Umbrella insurance is additional liability insurance that will protect you financially if you are sued for a large amount of money. Auto and home policies have limits in terms of the dollar amount they will cover; these limits are agreed upon at the time you set and sign the policy and can often help to determine the price. The higher the limit, the higher the cost of the policy.
But limits are limits, and by definition carriers will not exceed them in their payouts. If you want fiscal protection against a large lawsuit, umbrella insurance is the way to go.
As you've likely gleaned by now, the term "umbrella" does not literally refer to the hand-held instrument that protects you from the rain. It's a metaphor, referring to how the policy shields holders more broadly than does primary coverage.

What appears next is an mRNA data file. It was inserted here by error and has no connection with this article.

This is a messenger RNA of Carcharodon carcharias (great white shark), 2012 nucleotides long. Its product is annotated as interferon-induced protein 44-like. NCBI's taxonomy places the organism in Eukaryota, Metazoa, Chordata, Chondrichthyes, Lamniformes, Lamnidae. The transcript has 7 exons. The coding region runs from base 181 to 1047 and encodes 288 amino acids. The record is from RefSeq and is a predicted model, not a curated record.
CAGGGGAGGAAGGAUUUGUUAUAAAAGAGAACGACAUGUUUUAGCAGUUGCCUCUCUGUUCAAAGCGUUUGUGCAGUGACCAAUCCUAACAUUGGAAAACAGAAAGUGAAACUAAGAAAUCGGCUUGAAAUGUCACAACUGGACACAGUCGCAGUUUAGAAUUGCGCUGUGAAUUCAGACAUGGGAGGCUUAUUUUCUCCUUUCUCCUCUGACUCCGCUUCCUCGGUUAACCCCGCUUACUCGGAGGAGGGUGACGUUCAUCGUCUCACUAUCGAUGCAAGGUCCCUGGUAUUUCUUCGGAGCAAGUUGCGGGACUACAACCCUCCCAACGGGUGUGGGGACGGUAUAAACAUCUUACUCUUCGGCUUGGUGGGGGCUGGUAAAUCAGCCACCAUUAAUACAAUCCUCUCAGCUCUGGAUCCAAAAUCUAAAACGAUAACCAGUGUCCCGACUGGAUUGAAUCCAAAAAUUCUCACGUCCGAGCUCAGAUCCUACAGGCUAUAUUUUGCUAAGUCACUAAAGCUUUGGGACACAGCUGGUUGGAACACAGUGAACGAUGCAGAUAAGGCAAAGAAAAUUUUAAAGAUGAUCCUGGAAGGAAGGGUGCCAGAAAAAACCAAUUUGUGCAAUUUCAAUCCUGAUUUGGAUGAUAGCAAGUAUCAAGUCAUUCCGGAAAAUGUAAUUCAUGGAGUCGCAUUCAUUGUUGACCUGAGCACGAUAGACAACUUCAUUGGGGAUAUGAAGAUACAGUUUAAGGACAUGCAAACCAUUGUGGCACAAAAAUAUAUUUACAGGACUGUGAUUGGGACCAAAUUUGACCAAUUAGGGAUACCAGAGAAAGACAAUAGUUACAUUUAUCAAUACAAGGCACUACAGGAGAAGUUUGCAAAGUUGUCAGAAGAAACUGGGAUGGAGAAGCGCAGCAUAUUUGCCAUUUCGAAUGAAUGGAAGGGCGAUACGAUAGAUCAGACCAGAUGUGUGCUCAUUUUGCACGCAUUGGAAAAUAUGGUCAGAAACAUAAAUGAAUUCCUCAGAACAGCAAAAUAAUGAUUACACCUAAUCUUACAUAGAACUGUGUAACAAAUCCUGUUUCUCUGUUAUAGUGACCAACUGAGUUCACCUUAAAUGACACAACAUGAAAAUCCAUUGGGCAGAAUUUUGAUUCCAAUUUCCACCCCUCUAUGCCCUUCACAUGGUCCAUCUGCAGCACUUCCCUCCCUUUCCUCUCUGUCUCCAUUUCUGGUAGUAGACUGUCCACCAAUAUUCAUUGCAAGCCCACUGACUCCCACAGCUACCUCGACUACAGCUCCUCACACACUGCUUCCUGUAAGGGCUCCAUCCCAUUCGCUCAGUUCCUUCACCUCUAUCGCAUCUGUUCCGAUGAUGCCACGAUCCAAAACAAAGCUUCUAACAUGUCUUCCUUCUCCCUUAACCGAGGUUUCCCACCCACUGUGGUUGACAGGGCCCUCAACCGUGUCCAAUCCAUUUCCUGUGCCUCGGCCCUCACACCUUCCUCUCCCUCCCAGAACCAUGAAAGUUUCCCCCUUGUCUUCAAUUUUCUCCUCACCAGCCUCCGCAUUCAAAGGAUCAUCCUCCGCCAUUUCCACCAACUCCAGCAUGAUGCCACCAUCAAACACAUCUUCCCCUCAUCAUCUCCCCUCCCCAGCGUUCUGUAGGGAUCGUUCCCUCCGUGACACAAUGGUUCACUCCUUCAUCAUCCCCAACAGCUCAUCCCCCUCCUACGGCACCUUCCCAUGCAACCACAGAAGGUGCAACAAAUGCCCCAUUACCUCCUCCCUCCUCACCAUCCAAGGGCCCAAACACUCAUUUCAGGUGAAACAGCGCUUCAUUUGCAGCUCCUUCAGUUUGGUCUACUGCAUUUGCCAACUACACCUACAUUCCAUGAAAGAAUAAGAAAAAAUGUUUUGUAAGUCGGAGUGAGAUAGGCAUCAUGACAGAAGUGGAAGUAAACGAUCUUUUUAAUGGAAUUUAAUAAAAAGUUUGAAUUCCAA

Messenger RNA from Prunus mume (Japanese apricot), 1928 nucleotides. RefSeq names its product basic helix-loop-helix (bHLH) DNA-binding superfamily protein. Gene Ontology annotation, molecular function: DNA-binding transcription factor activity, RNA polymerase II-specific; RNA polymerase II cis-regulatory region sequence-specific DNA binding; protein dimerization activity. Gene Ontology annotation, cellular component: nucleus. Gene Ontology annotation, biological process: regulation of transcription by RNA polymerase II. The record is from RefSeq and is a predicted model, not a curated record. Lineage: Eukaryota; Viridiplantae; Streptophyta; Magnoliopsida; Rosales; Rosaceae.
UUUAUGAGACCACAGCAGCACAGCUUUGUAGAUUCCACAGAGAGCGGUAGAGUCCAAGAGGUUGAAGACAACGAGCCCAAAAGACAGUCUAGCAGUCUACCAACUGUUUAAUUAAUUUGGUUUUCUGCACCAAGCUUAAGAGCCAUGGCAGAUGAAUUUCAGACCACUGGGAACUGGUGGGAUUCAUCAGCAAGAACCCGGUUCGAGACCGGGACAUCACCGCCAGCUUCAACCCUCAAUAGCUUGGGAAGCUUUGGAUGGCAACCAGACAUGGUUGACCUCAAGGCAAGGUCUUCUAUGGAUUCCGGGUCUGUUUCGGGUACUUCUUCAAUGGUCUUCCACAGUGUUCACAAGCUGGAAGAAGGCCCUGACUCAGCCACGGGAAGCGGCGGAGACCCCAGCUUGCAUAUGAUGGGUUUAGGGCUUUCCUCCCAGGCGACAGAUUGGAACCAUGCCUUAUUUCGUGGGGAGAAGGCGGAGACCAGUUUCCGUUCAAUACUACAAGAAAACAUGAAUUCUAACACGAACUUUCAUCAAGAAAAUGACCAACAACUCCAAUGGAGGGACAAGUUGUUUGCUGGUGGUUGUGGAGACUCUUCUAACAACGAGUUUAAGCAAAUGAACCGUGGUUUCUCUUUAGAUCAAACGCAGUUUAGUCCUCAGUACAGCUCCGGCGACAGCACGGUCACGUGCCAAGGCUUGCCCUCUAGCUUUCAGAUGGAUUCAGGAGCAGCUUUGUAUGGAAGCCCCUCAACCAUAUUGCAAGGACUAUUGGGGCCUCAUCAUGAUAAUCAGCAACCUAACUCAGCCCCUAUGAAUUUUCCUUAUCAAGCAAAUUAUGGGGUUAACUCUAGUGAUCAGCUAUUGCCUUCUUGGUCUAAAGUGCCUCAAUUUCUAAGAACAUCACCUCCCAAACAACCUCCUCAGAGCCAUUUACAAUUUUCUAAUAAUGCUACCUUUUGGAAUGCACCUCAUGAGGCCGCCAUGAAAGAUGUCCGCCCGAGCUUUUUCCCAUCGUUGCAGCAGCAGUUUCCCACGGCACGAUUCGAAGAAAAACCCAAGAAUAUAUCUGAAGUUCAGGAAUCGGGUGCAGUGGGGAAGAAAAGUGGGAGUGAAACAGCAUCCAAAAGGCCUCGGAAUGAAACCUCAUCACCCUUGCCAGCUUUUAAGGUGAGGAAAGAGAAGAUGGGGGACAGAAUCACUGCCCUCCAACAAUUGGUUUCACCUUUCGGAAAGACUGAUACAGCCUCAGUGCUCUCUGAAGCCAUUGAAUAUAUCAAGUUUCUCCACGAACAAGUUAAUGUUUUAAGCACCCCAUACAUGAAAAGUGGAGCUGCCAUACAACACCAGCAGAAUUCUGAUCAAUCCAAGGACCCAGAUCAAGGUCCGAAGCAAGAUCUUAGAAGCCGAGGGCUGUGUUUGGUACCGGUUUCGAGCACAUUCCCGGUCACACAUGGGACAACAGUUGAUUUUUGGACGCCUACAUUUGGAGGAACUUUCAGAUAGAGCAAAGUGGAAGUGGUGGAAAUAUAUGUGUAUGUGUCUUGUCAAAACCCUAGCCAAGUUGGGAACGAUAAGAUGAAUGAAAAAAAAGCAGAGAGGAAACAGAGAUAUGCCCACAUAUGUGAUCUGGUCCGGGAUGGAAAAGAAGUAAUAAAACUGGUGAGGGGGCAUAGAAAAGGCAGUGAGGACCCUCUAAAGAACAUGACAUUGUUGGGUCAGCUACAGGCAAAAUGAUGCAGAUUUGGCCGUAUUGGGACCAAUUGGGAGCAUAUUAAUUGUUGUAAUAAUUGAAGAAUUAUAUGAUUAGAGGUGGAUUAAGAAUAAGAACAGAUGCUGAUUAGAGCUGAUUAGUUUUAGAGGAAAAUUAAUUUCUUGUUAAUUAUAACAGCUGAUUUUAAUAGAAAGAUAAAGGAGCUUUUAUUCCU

Here are some examples where umbrella insurance might be in your best interests.
- You often host guests. If people are coming in and out of your home a lot, there is an ever-growing risk of someone slipping and/or falling and injuring himself badly.
- You spend a lot of time in your car commuting to work. The more time you spend in your the better your chance of a catastrophic accident.
- You own a small business. Nothing can derail a small business like a big lawsuit. It could be in your best interest to take out an umbrella policy just to make sure a small slip doesn’t end up forcing you to close down shop.
Umbrella coverage may seem like an extremely cautious step -- insurance on top of insurance. But a glance at the numbers shows that for a few extra dollars each month, you can protect yourself from a catastrophic loss. Most policies cost only $250-$600 a year, which is likely a small price to pay to further protect your most valuable material assets.